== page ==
Once the recall was underway, out of state money poured into Walker’s coffers from the bulging pockets of the obscenely wealthy.  Thanks to the structure of the Wisconsin recall provisions concerning unlimited contributions to the incumbent, what the rich think now matters more than what the rest of us think.  (I’m not sure exactly what you call this, but I do know that “democracy” is not the word I am looking for.)  It’s something more akin to: “Don’t you mess with the Man; he has more money than you and can crush you like a bug.”  Perhaps this, or a similar sentiment could replace Wisconsin’s current motto, “Forward,” which no longer applies.

             Preliminary spending totals indicate that Walker raised over 30 million dollars while Barrett’s coffers barely reached four million.  Barrett was outspent by Walker by a ratio of 7.5 to 1.  Two-thirds of Walker’s money came from outside Wisconsin; three quarters of Barrett’s donations came from inside the state.  Mother Jones has an excellent compilation of the financial statistics of the race found at: http://www.motherjones.com/mojo/2012/06/wisconsin-walker-recall-money-stats   (The pie chart is especially revealing, since it is to scale.)

            So with no brakes whatsoever onWalker’s money machine, the media saturation lies began. We began to hear about “Big Union Bosses” from “out of state.”  Who, I wonder, did they think made up those unions?  It sure wasn’t millionaires with bank accounts in the Cayman Islands; it was people who work for a living!  But according to theWalker disinformation campaign, people who work for a living had been transformed into “Big Union Bosses.”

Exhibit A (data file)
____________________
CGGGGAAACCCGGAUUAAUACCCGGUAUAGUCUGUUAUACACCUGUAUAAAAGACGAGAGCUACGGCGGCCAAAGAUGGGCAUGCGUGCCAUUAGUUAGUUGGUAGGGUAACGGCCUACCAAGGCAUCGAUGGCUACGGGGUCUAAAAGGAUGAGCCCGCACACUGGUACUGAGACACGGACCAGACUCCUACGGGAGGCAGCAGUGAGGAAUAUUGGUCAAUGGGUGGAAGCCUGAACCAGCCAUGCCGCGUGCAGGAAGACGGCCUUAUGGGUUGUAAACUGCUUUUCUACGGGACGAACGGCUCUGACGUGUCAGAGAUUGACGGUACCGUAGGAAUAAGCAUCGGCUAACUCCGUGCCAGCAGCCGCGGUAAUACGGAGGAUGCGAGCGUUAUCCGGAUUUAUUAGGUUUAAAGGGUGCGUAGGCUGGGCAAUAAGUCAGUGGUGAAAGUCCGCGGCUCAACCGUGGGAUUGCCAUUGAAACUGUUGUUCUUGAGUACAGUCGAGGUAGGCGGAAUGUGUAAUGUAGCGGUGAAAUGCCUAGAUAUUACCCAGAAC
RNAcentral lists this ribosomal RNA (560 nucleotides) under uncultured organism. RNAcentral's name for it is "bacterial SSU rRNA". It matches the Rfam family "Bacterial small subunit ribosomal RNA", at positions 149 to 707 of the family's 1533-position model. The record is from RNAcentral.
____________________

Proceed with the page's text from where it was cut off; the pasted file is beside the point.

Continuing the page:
Wage earners who were not union members began to openly disparage wage earners who belonged to unions.  Worker against worker was the sad result.  It’s the same principle as an old rusted out Chevette holding its bumper together with a Bush sticker: many people who are taken in by this mindless crap eventually vote against their own self-interest. And are proud of it.  The irony is so thick you could cut it with an O. Henry. 

            Family warfare broke out all over the state.  My next door neighbors, a long married couple with two boys, quit speaking to each other about politics when she found out he voted for Walkerin the primary.  She told me this horrid secret in the driveway, in hushed tones.  According to Mother Jones magazine, over one third ofWisconsin’s citizenry stopped speaking to each other about politics to avoid irreparable harm to their relationships with friends and family.  Divide and conquer, indeed!